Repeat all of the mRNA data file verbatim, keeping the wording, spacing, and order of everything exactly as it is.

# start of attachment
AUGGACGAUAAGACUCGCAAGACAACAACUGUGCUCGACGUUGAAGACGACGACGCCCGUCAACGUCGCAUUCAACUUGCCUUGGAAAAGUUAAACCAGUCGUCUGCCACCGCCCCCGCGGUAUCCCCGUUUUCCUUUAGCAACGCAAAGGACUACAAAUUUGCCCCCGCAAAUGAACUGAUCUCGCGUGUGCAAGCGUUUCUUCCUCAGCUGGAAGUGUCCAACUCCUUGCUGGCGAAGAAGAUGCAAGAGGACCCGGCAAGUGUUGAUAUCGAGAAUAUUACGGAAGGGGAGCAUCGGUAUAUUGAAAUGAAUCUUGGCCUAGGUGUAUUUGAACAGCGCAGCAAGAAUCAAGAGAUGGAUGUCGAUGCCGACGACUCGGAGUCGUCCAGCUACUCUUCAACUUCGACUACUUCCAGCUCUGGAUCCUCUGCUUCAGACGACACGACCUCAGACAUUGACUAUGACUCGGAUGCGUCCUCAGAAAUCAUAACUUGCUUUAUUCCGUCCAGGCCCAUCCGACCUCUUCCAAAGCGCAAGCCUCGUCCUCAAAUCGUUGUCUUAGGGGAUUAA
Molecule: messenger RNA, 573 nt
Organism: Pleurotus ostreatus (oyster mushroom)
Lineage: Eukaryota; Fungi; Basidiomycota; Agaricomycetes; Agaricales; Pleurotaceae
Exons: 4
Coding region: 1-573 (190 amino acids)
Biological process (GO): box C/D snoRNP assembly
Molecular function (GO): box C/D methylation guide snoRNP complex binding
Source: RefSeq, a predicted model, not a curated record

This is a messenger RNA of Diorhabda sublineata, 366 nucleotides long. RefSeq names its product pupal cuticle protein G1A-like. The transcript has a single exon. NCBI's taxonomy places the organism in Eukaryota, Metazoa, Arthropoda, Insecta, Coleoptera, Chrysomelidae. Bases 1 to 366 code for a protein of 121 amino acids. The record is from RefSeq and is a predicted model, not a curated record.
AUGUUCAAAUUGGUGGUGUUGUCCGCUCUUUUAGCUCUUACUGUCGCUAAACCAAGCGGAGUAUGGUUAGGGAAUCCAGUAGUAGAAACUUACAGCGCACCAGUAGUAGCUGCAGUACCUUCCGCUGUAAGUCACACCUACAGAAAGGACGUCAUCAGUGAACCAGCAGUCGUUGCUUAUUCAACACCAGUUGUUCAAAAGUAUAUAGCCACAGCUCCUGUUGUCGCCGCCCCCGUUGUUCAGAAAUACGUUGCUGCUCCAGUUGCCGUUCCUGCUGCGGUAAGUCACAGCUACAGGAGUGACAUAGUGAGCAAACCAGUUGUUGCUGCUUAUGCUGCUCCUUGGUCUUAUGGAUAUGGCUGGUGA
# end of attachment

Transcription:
AUGGACGAUAAGACUCGCAAGACAACAACUGUGCUCGACGUUGAAGACGACGACGCCCGUCAACGUCGCAUUCAACUUGCCUUGGAAAAGUUAAACCAGUCGUCUGCCACCGCCCCCGCGGUAUCCCCGUUUUCCUUUAGCAACGCAAAGGACUACAAAUUUGCCCCCGCAAAUGAACUGAUCUCGCGUGUGCAAGCGUUUCUUCCUCAGCUGGAAGUGUCCAACUCCUUGCUGGCGAAGAAGAUGCAAGAGGACCCGGCAAGUGUUGAUAUCGAGAAUAUUACGGAAGGGGAGCAUCGGUAUAUUGAAAUGAAUCUUGGCCUAGGUGUAUUUGAACAGCGCAGCAAGAAUCAAGAGAUGGAUGUCGAUGCCGACGACUCGGAGUCGUCCAGCUACUCUUCAACUUCGACUACUUCCAGCUCUGGAUCCUCUGCUUCAGACGACACGACCUCAGACAUUGACUAUGACUCGGAUGCGUCCUCAGAAAUCAUAACUUGCUUUAUUCCGUCCAGGCCCAUCCGACCUCUUCCAAAGCGCAAGCCUCGUCCUCAAAUCGUUGUCUUAGGGGAUUAA
Molecule: messenger RNA, 573 nt
Organism: Pleurotus ostreatus (oyster mushroom)
Lineage: Eukaryota; Fungi; Basidiomycota; Agaricomycetes; Agaricales; Pleurotaceae
Exons: 4
Coding region: 1-573 (190 amino acids)
Biological process (GO): box C/D snoRNP assembly
Molecular function (GO): box C/D methylation guide snoRNP complex binding
Source: RefSeq, a predicted model, not a curated record

This is a messenger RNA of Diorhabda sublineata, 366 nucleotides long. RefSeq names its product pupal cuticle protein G1A-like. The transcript has a single exon. NCBI's taxonomy places the organism in Eukaryota, Metazoa, Arthropoda, Insecta, Coleoptera, Chrysomelidae. Bases 1 to 366 code for a protein of 121 amino acids. The record is from RefSeq and is a predicted model, not a curated record.
AUGUUCAAAUUGGUGGUGUUGUCCGCUCUUUUAGCUCUUACUGUCGCUAAACCAAGCGGAGUAUGGUUAGGGAAUCCAGUAGUAGAAACUUACAGCGCACCAGUAGUAGCUGCAGUACCUUCCGCUGUAAGUCACACCUACAGAAAGGACGUCAUCAGUGAACCAGCAGUCGUUGCUUAUUCAACACCAGUUGUUCAAAAGUAUAUAGCCACAGCUCCUGUUGUCGCCGCCCCCGUUGUUCAGAAAUACGUUGCUGCUCCAGUUGCCGUUCCUGCUGCGGUAAGUCACAGCUACAGGAGUGACAUAGUGAGCAAACCAGUUGUUGCUGCUUAUGCUGCUCCUUGGUCUUAUGGAUAUGGCUGGUGA